ROMAN EMPIRE Magnentius 350-353 AD heavy maiorina,


ROMAN EMPIRE, Magnentius, 350-353 AD, heavy maiorina, no date (350-51 AD), Lugdunum, officina 2, Obverse: bare headed, cuirassed bust R, D N MAGNENTIVS P F AVG, A behind head, Reverse: Emperor riding R spearing enemy, GLORIA ROMANORVM, R S LG, billon, 23mm, 4.34g, SR18799, F

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Magnentius was put up by soldiers to displace the Western Emperor Constans, who had lost, as the Chinese say, the mandate of Heaven. The thought seemed to be that Magnentius was a good guy, and competent, why shouldn’t the Emperor in the East, Constantius II, welcome you into the administration after you’d just killed his brother. And if there’s one usurper, why not more? Constantius eventually managed to be in the right place at the right time and Magnentius was crushed and committed suicide.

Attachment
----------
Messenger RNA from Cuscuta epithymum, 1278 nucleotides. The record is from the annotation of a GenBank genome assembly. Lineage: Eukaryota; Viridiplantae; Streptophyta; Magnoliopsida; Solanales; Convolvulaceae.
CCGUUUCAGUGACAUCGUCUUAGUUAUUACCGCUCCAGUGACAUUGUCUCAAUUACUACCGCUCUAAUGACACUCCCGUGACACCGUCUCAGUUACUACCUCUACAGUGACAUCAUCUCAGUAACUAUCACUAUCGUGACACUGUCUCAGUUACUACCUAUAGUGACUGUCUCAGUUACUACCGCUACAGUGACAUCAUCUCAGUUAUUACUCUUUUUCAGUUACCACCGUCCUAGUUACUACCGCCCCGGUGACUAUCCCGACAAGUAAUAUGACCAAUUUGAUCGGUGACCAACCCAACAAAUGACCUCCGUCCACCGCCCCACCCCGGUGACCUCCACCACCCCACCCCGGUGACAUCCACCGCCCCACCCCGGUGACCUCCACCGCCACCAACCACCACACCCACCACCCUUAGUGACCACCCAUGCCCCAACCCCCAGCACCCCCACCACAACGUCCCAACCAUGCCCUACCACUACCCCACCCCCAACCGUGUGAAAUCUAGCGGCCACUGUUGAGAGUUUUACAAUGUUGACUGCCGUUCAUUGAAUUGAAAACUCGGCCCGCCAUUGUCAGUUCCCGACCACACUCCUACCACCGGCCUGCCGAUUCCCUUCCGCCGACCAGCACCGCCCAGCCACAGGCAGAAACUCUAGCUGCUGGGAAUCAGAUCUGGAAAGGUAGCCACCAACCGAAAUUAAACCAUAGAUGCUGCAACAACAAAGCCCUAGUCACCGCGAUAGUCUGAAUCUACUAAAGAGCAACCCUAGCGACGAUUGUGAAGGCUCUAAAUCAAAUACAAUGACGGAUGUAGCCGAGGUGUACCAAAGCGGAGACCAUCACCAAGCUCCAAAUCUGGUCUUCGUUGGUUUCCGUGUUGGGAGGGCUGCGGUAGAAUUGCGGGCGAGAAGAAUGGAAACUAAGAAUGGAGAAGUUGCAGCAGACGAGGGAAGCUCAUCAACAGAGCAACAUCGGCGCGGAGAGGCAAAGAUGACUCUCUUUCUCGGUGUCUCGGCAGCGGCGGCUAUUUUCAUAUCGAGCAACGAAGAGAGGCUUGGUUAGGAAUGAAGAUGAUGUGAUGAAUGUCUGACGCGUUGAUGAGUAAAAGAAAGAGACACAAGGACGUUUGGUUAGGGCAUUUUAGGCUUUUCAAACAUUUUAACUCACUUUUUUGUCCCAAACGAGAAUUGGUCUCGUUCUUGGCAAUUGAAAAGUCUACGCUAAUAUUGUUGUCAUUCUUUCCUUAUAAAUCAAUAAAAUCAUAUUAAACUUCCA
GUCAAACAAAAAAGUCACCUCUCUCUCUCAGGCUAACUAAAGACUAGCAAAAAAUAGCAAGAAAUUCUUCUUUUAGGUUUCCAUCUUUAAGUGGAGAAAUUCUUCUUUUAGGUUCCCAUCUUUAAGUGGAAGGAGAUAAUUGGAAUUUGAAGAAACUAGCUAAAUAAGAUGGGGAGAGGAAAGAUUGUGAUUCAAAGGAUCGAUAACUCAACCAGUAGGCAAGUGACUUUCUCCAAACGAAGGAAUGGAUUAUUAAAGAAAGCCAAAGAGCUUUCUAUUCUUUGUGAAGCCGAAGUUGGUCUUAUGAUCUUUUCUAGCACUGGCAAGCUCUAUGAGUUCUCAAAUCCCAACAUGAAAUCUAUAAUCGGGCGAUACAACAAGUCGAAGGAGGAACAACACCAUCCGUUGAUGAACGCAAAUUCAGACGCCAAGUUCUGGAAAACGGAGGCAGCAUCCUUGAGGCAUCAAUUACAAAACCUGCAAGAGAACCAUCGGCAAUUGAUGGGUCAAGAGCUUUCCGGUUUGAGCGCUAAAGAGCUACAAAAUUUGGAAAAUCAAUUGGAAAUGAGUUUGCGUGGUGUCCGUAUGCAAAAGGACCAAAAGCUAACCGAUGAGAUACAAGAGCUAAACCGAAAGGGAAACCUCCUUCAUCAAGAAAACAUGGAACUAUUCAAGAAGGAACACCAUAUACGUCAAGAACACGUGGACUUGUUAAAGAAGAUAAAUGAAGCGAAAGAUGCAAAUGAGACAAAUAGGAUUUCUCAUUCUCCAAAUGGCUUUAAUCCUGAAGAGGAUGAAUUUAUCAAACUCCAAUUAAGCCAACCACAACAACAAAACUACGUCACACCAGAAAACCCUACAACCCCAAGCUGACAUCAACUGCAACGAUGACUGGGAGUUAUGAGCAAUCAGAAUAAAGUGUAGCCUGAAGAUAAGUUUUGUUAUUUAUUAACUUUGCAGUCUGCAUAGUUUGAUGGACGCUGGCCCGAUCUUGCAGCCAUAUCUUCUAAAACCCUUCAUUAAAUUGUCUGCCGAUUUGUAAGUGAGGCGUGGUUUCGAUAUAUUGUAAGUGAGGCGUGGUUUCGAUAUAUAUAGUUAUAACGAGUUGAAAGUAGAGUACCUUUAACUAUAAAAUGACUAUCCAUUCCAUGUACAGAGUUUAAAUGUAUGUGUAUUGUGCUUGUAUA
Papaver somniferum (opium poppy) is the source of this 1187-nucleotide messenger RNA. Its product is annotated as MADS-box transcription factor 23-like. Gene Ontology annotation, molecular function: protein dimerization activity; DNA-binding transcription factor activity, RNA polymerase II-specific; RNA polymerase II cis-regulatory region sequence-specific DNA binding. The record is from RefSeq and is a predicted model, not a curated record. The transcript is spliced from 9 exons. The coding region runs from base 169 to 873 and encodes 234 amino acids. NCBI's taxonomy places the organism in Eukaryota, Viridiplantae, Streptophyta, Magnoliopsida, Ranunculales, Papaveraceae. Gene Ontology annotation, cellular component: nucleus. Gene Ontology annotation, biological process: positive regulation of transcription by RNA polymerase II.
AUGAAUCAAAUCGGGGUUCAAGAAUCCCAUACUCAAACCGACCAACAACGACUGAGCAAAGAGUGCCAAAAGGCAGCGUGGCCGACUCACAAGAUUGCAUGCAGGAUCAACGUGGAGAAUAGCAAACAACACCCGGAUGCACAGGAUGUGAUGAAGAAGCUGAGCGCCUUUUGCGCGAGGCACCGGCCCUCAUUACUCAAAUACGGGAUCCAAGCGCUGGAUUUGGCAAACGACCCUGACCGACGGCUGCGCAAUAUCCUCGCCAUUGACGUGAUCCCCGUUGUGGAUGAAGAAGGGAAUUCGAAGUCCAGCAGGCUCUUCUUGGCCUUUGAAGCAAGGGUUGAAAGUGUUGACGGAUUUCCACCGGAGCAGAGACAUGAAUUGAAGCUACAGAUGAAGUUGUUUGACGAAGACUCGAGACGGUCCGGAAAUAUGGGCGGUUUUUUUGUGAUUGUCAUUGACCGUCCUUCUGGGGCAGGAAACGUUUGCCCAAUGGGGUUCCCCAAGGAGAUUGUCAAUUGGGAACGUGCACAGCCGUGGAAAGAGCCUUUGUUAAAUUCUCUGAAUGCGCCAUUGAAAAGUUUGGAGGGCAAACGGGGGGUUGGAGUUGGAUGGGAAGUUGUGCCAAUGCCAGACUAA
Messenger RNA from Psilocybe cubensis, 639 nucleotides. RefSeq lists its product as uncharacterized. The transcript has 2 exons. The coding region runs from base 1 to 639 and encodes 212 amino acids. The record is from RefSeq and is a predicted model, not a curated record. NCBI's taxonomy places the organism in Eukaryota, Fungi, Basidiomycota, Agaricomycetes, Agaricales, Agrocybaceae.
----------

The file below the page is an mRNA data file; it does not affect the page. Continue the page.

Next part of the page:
In the Imperial Period Roman coinage became an engine for governmental propaganda. All of the themes of the coins are celebratory of some aspect of govermental authority or achievement.

The Roman Republic was founded in response to tyrannical kings. It functioned for several centuries in a kind of balance of rich and poor people (slaves didn’t count). The general idea was that laws would constrain personal power. During the days of Julius Caesar, et al, powerful people became too powerful, and a new system of slightly constrained autocracy, the Empire, developed. The main catalog we use on this web site for Roman coins is Roman Coins and their Values, by David Sear.

Ancient Coins includes Greek and Roman coins and those of neighbors and successors, geographically from Morocco and Spain all the way to Afghanistan. Date ranges for these begin with the world’s earliest coins of the 8th century BC to, in an extreme case, the end of Byzantine Empire, 1453 AD.